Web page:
​​There are about five rosé wines served during the visit, which visitors mark off using a special pink wrist band they receive upon entering. At the moment, those rosés are Quinta do Vale do Bragão Rosé, AIX Gran Vin de Provence Rosé, Mateus Rosé, Vértice Rosé Bruto and Croft Pink Rosé Port (created by Bridge himself). For those looking for a deeper dive into wines, there is also a deeper, private wine-tasting experience at The Wine School on the museum’s premises.

The Chocolate Story

Nibble on cacao while sipping a port pairing during a class tasting at The Chocolate Story. This experience details the decadent ritual of chocolate-making from bean to bar. Visitors can watch the chocolate being produced and packaged. In fact, the entire factory is visible to visitors, who can follow the full processes in real time.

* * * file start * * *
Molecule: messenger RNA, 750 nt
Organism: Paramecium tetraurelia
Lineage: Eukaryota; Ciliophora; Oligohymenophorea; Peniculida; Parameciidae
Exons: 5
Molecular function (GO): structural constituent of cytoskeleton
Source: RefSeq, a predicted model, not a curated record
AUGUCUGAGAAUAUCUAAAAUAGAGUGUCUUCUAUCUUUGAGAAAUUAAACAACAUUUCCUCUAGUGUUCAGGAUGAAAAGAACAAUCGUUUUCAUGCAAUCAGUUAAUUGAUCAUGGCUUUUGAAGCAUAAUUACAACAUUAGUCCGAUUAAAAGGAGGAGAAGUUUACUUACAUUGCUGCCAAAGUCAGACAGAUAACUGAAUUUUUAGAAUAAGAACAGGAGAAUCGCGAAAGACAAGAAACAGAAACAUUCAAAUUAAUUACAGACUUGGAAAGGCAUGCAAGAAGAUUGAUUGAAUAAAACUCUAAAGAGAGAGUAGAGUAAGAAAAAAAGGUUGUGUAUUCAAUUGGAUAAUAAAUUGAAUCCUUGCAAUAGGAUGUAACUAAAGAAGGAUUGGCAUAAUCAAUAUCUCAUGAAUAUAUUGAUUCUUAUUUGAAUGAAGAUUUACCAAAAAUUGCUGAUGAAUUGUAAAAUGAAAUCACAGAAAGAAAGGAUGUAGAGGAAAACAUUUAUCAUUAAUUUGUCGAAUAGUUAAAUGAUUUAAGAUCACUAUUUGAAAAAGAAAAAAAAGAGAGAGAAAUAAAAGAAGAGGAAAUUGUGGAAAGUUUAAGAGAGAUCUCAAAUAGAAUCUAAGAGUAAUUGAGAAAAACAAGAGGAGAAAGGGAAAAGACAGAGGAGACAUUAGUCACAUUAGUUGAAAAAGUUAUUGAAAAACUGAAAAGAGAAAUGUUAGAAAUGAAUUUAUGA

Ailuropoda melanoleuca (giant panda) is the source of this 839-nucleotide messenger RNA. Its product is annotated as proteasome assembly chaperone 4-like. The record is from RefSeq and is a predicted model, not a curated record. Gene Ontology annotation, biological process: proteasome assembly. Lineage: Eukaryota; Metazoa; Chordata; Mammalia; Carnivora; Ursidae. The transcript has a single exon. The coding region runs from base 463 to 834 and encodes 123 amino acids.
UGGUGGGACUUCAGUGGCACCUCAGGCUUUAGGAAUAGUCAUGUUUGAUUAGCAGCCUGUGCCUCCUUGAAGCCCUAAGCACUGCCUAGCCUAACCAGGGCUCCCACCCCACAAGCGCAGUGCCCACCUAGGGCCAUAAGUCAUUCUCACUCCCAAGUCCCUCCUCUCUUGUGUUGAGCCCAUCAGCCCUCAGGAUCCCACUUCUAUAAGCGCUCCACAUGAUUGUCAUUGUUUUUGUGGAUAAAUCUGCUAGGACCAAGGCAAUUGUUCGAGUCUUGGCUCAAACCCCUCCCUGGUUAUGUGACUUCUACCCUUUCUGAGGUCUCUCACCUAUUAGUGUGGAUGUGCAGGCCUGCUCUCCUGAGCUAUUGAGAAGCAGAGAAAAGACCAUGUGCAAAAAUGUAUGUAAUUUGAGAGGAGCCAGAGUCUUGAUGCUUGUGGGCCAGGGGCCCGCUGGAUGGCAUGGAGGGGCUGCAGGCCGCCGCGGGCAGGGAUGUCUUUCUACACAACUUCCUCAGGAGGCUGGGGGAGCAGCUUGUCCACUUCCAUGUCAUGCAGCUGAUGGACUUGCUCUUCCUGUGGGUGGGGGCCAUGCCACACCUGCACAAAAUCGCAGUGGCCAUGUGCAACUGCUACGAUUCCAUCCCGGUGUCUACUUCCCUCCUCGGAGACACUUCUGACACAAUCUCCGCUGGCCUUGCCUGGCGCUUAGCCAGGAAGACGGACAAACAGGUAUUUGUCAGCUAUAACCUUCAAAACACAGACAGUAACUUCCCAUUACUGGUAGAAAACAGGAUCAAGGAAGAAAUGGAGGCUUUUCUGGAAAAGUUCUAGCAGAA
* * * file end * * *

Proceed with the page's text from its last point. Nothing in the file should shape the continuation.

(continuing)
Vinte Vinte is a new brand of chocolate produced exclusively in WOW’s Chocolate Story factory. It’s named after the specific geographical position from which cacao trees are born. The “cacao belt” is a limited area of the planet, which is precisely twenty degrees north and twenty degrees south of the Equator. Grab a bar of personalized chocolate for the journey home.

The Bridge Collection

Explore how wine has been consumed through the years. - Credit: Photo: courtesy World of Wine
Explore how wine has been consumed through the years. - Credit: Photo: courtesy World of Wine

Photo: courtesy World of Wine

Marvel at nearly 9,000 years of drinking vis-a-vis a collection of more than 1,800 of the world’s most ancient wine cups and glasses by founder Adrian Bridges. What started out as a whimsical hobby collecting unique beverage glasses evolved into an extensive exhibit of thousands of years old cups — those made from extremely rare and precious materials such as one wine vessel made entirely from carved mother of pearl and many of various shades of jade.